The unusually light, for Greek construction standards, metal framed structure and its external covering with shipping plywood, was chosen for its low cost and high speed of realisation. Actually the ‘Split and Rotate’ house constitutes a reversible, pre-fab structure made of rough industrial materials that are left in their natural textures, echoing the particular industrial past of the city of Naoussa.


Avoiding any evident morphological influence, the conscious references to the local building tradition are indirect. They can be traced in the typological level, regarding the narrow-faced urban houses with interior spaces arranged in a succession, the semi-open living spaces and the light structures of the upper levels with a transparency controllable by means of perforated filters that facilitate climatic adaptation.


The vacation house in Naoussa is the result of a small series of compositional studies of splitting, graduating and rotating clear geometric prisms, adjustment to the topography and environmental adaptation to the natural and cultural landscape of the place.



Architect: Nicos Kalogirou
Collaborators: Telis & Prodromos Vassiliadis, Artemis Kalogirou, Evangelos Kotsioris
Photos: Nicos Kalogirou


Location: Naoussa, Imathia Greece
Floor area: 143 sq.m.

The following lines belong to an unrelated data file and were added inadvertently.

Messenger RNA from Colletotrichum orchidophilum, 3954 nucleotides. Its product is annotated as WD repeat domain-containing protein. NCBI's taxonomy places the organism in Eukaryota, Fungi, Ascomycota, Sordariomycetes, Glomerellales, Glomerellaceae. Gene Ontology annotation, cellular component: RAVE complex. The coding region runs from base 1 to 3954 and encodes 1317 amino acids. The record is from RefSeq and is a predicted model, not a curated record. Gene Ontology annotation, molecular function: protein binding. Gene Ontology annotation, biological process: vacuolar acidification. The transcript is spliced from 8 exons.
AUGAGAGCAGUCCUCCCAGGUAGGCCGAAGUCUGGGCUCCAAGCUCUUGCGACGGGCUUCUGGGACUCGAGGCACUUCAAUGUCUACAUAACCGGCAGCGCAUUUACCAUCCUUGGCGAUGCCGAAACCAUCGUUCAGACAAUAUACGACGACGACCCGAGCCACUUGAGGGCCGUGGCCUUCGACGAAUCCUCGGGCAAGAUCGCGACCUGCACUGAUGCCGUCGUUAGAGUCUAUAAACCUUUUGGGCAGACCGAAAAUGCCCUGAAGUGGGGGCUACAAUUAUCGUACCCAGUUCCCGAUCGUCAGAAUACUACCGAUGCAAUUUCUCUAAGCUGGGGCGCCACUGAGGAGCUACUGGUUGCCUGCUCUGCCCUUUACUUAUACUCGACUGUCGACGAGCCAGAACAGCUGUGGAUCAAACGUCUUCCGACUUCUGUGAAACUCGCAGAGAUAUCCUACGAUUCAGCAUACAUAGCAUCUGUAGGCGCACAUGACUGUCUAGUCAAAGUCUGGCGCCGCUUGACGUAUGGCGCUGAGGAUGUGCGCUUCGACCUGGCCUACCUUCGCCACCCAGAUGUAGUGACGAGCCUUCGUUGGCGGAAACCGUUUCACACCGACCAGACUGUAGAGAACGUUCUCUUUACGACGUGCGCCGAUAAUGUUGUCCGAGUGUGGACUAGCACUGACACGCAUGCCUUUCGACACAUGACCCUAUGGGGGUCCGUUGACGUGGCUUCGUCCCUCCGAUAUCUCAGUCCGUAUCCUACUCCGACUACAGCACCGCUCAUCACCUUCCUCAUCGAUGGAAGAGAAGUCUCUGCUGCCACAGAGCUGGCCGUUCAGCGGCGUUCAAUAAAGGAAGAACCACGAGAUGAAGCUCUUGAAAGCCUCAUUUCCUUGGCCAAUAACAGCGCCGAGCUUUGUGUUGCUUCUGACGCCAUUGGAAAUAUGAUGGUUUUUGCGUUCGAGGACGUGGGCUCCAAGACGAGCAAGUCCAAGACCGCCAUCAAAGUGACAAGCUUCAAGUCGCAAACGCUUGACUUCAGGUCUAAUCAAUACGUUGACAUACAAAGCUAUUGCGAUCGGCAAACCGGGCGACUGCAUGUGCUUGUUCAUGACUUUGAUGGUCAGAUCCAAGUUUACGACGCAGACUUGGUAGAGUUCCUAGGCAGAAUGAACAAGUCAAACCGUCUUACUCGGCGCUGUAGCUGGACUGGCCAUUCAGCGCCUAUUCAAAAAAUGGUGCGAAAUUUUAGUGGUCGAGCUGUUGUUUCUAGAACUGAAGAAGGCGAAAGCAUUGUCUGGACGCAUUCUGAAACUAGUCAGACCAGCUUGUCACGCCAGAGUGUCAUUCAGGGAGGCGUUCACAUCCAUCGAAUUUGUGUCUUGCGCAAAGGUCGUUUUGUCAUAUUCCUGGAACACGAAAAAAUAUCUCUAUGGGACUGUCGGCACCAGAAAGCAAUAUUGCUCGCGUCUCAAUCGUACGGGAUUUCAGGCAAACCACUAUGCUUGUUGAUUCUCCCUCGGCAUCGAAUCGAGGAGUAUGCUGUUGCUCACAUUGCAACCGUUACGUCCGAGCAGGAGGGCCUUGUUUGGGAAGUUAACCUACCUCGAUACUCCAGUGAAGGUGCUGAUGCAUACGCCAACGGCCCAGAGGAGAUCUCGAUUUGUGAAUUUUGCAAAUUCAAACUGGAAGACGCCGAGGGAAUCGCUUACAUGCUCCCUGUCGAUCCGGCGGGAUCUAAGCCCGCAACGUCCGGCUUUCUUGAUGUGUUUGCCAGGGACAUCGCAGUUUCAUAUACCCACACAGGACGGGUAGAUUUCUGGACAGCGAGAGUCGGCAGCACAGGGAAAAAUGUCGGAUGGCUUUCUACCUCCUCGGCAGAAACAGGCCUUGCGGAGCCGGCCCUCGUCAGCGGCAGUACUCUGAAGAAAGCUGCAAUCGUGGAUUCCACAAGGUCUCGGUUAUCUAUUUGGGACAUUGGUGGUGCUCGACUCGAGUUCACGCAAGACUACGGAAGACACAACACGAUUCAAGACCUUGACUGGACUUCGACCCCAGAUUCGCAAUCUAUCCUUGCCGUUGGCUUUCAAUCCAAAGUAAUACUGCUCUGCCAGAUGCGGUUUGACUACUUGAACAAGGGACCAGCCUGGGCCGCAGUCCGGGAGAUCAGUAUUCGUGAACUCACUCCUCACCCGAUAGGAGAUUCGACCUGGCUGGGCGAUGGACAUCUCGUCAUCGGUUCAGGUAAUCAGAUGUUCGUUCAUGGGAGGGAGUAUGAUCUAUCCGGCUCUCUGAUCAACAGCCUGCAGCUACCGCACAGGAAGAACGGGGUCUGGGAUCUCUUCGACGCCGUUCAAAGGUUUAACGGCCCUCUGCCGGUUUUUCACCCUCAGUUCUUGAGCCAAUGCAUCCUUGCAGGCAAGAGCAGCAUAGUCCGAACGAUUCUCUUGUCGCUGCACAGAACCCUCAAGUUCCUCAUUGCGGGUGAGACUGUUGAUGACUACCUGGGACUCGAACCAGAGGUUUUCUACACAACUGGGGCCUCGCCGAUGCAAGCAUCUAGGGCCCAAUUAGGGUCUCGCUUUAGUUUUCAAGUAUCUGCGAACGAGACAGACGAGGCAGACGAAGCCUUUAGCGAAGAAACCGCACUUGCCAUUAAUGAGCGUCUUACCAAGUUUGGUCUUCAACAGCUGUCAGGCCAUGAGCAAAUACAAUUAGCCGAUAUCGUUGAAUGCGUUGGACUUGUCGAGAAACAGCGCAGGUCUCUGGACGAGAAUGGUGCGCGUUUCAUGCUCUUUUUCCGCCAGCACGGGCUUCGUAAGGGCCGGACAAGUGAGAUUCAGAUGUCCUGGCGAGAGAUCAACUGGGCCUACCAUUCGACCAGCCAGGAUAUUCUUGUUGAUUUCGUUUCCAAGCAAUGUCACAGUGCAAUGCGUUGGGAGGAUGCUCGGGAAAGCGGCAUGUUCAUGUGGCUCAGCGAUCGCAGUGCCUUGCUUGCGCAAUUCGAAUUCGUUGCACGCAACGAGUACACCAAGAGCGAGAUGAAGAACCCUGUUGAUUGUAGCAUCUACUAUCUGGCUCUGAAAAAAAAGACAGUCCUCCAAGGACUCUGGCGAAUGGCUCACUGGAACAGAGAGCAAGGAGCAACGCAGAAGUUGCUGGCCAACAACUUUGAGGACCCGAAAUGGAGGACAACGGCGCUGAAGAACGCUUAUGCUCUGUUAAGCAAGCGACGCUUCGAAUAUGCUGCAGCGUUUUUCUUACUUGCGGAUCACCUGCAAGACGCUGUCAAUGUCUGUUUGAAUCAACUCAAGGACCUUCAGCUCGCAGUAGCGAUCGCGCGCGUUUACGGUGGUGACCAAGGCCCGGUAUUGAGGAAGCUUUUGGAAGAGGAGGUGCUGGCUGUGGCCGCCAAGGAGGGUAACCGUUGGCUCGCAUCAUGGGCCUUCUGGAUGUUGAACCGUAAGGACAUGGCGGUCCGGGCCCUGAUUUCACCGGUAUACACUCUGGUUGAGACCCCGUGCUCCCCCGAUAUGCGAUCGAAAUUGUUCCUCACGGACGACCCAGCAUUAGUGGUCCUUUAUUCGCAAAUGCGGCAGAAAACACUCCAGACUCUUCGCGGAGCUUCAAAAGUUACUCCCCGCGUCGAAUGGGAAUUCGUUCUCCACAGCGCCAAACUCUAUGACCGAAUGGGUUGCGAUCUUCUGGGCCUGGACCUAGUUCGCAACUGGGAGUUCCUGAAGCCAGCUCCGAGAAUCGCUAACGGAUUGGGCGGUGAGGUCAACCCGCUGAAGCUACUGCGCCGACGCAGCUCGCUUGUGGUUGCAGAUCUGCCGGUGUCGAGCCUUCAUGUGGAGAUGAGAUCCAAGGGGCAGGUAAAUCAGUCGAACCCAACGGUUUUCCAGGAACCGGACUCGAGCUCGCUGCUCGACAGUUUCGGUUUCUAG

Budget: €155,000





Posted on Monday January 26th 2009 at 2:16 am by . Copyright policy | Comments policy

  • rodger

    quite a nice project conceptually but rather underdeveloped as a habitable structure. this building has a hateful relationship to its site.

  • Quirky and interesting — I love it! But no pictures of the interiors in the ‘children’s pavillion’ — aw, that’s my favourite part.

  • conceptual and quite cute :)

  • I think,tahat this building is purposely contradicting to the site. Its like the “man-made-structure”,which shows the beauty of both, when they contradict one another.

  • waka

    glad that it didnt get realised teh way it looks in the rendering.
    i like the real one better

  • jed_

    they certainly did well for €155,000!!!

  • kingmu

    pure and wonderful. just enough edge to make it exciting.

  • Crusty the Clown

    Very confining – like a cage – perhaps this could be the new home for the soon to be released Guantanemo prisoners.

    Poor Mies must be rolling over in his grave…

  • I just fell in love.

  • Wow.. I really love the idea and the design.. Nicos Kalogirou is considered as one of the famous architect nowadays.. Hoping for more designs to come.

  • DCV

    Uncompromised simplicity. Love it!

  • Mr. Opinionated

    Crusty the Clown wasn’t clowning around and i couldn’t agree with him/her more. It’s much too confining. I completely don’t get its relation to the site. You couldn’t pay me to live there. It’s a shame the architect didn’t take advantage of the panoramic views in his design. Someone commented on this having a jail like feel and they are absolutely right. Who want to look through that facade? This is a HORRIBLE design.